Burmish
Geographic
distribution
Myanmar
Linguistic classificationSino-Tibetan
Subdivisions
  • Burmic
  • Maruic
Glottologburm1266
L1 speakers of Burmish languages and other Sino-Tibetan languages according to Ethnologue
L1 speakers of Burmish languages and other Sino-Tibetan languages according to Ethnologue

The Burmish languages are Burmese, including Standard Burmese, Arakanese and other Burmese dialects such as the Tavoyan dialects as well as non-literary languages spoken across Myanmar and South China such as Achang, Lhao Vo, Lashi, and Zaiwa.

Names

Many Burmish names are known by various names in different languages (Bradley 1997).

Names of Burmish languages
Autonym Jinghpaw name Burmese name Chinese name
Lawngwaw Maru မရူ Làngsù 浪速
Tsaiwa Atsi ဇိုင်ဝါး/အဇီး Zǎiwǎ 载瓦
Lachik Lashi လရှီ Lāqí 喇期, Lèqí 勒期
Ngochang - မိုင်သာ/အာချန် Āchāng 阿昌
Pela - ဖော်လာ Bōlā 波拉

In China, the Zaiwa ဇိုင်ဝါး/အဇီး 载瓦 (local Chinese exonym: Xiaoshan ရှောင့်ရှန် 小山), Lhao Vo 浪速 (local Chinese exonym: Lang'e 浪峨), Lashi 勒期 (local Chinese exonym: Chashan 茶山), and Pela 波拉 are officially classified as Jingpo people (Bolayu Yanjiu). The local Chinese exonym for the Jingpho proper is Dashan 大山.

Dai Qingxia (2005:3) lists the following autonyms and exonyms for the various Burmish groups as well as for Jingpho which is not a Burmish language, with both Chinese character and IPA transcriptions (given in square brackets).[1]

Burmish autonyms and exonyms
Language Lhao Vo people

浪速

လန့်စု

လူမျိုး

Jingpho people

景颇

ဂျိန်းဖောလူမျိုး

Zaiwa people

载瓦

အဇီး/ဇိုင်းဝါး

လူမျိုး


Lashi people

勒期

လရှီ

လူမျိုး

Pela people

波拉

ဖော်လာလူမျိုး

Lhao Vo name 浪速语

လန့်စုအမည်

Lang'e 浪峨 [lɔ̃51 vɔ31] လန်ကေအ် Bowo 波沃 [pʰauk55 vɔ31] ပေါဝေါ Zha'e 杂蛾 [tsa35 vɔ31] ဇိုင်ဝါး/အဇီး Lashi 勒期 [lă31 tʃʰik35] လရှီ Buluo 布洛 [pă31 lɔ31] ပူလူဝ်
Jingpho name 景颇语

ဂျိန်းဖောအမည်

Moru 默汝

[mă31 ʒu31] မိုရူ

Jingpho 景颇 [tʃiŋ31 pʰoʔ31] ဂျိန်းဖော Aji 阿纪 [a31 tsi55] အကျိ Leshi 勒施 [lă31 ʃi55] လေရှီ Boluo 波洛 [po31 lo31] ပေါလူဝ်
Zaiwa name 载瓦语

ဇိုင်ဝါး/အဇီးအမည်

Lelang 勒浪[lă21 la̠ŋ51] လေအ်လန် Shidong 石东 [ʃi55 tu̠ŋ55] ရှီဒုင် Zaiwa 载瓦 [tsai31 va51] အဇီး Lashi 勒期 [lă21 tʃʰi55] လရှီ Buluo 布洛 [pă21 lo21] ပူလူဝ်
Lashi name 勒期语

လရှီအမည်

Langwu 浪悟 [laŋ31 vu51] လန်ငူ Puwu 铺悟 [pʰuk55 vu51] ဖူဝူ Zaiwu 载悟 [tsai31 vu51] ဇိုင်ဝု Lashi 勒期 [lă31 tʃʰi51] လရှီ Buluo 布洛 [pă31 lɔ51] ပူလူဝ်
Pela name 波拉语

ဖော်လာအမည်

Longwa 龙瓦 [lõ31 va31] လုင်းငွာ Baowa 泡瓦 [pʰauk31 va31] ပါဝ်ဝါ Diwa 氐瓦 [ti31 va31] သိဝါ Lashi 勒期 [lă31 tʃʰi55] လရှီ Pela 波拉 [po31 la31] ဖော်လာ

Autonyms are:[1]

The Chashan refer to themselves as ŋɔ31 tʃʰaŋ55 (Echang 峨昌), the Jingpho as phuk55, the Lashi as tsai33wu31 (tsai33 wu51), the Lhao Vo as lă31 laŋ31, the Lisu as lji33 səu31, and the Han Chinese as la31 xɛ31 (Dai 2010:153).[2]

Languages

Lama (2012)

Based on innovations in their tonal systems, Lama (2012: 177–179) classifies the languages as follows:

External image
image icon Map of the Burmish-Loloish languages. Demonstrates the Southern, Burmese cluster vs. Northern, Achang-Zaiwa cluster classification found in Lama (2012). Languages in the Burmish group of the Lolo-Burmese group appear in shades of blue.[3]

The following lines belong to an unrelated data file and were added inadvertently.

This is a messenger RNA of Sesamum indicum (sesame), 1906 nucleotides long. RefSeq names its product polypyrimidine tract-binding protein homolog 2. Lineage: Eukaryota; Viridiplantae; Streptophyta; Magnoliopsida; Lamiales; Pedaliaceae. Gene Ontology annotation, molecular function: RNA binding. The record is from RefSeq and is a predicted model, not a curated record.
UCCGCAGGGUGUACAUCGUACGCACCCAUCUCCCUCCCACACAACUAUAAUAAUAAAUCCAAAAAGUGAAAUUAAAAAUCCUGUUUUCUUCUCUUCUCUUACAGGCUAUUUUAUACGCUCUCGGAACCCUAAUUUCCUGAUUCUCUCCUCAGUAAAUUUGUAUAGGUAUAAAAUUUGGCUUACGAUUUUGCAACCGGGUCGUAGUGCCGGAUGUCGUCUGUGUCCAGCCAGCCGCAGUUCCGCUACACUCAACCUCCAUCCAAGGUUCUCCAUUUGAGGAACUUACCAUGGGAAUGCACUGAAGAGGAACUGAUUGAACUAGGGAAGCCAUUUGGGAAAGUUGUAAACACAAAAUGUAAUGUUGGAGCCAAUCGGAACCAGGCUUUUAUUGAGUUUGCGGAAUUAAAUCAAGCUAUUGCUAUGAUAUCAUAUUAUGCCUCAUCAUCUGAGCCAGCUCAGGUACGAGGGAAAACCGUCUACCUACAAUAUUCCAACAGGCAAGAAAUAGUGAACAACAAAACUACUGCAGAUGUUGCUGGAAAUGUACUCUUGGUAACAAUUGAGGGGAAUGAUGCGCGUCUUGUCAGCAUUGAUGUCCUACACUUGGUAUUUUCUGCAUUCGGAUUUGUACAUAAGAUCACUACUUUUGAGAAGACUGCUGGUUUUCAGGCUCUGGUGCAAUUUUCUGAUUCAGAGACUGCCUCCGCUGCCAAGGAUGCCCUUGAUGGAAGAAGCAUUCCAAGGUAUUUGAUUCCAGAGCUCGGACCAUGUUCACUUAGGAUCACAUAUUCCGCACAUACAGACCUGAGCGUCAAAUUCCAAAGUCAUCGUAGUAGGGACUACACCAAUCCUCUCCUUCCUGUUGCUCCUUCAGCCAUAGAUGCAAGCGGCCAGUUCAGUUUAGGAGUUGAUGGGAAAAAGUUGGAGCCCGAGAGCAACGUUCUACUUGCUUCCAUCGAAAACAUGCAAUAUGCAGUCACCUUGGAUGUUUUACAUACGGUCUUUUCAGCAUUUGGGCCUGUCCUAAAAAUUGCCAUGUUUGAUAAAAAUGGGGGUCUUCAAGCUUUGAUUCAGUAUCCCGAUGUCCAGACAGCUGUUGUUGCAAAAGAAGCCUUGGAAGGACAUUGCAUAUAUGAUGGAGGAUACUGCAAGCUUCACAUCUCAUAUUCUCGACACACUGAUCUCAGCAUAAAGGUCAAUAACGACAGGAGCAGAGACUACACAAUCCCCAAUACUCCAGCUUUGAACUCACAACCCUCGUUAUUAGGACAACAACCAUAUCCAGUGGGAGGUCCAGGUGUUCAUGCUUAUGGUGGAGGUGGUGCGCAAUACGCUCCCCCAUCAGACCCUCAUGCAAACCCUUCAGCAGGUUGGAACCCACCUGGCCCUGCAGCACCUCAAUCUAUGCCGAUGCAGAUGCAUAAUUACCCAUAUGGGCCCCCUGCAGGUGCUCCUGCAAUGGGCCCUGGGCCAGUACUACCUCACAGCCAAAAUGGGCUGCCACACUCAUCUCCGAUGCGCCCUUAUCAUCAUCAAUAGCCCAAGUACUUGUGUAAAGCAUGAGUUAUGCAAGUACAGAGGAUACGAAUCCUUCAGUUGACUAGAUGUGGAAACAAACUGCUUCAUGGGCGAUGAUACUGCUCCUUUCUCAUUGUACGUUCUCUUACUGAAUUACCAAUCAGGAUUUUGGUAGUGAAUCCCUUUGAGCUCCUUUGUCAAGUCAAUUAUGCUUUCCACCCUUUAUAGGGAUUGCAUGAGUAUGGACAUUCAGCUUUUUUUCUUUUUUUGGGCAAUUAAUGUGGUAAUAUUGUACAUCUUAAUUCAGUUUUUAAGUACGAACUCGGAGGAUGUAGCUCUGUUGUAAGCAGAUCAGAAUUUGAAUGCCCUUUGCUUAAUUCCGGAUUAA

Chashan, a recently discovered Northern Burmish language, is closely related to Lashi.

Maingtha is a Northern Burmish language whose speakers are classified as a Shan subgroup.[4]

Nishi (1999)

Based on distinct treatment of the pre-glottalized initials of proto-Burmish, Nishi (1999: 68-70) divides the Burmish languages into two branches, Burmic and Maruic. The Burmic languages changed voiceless preglottalized stops into voiceless aspirate stops and preglottalized voiced sonorants into voiceless sonorants. The Maruic languages in contrast reflect voiceless preglottalized and affricate consonants as voiceless unaspirated and affricates with largyngealized vowels, and voiced preglottalized sonorants as voiced sonorants with laryngealized vowels. The Burmic Languages include Burmese, Achang, and Xiandao. The Maruic languages include Atsi (Zaiwa), Lashi (Leqi), Maru (Langsu), and Bola. Nishi does not classify Hpon and Nusu.

Burmic

The Arakanese language retains r- separate from y-, whereas the two fall together in most Burmese dialects and indeed most Burmish languages. Tavoyan has kept kl- distinct. No dialect has kept ry- distinct from r-, but this may be an independent innovation in the various dialects. Merguiese is apparently the least well studied Burmese dialect.

Maruic

Mann (1998)

Mann (1998: 16, 137) in contrast groups together Achang, Bela (by which he probably means Bola), Lashi, Maru, and Atsi together as North Burmic.

Bradley (1997)

David Bradley places aberrant Ugong with Burmish rather than with Loloish:

Footnotes

  1. ^ a b Dai Qingxia (2005). A study of Langsu [浪速语研究]. Beijing: Ethnic Publishing House.
  2. ^ Dai Qingxia [戴庆厦] (2010). The Chashan people of Pianma and their language [片马茶山人及其语言]. Beijing: The Commercial Press [商务印书馆].
  3. ^ "Research Foundation Language and Religion". Retrieved 2020-02-17.
  4. ^ Sawada, Hideo. 2017. Two Undescribed Dialects of Northern Burmish Sub-branch: Gyannoʔ and Thoʔlhang. Presented at ICSTLL 50, Beijing, China.

References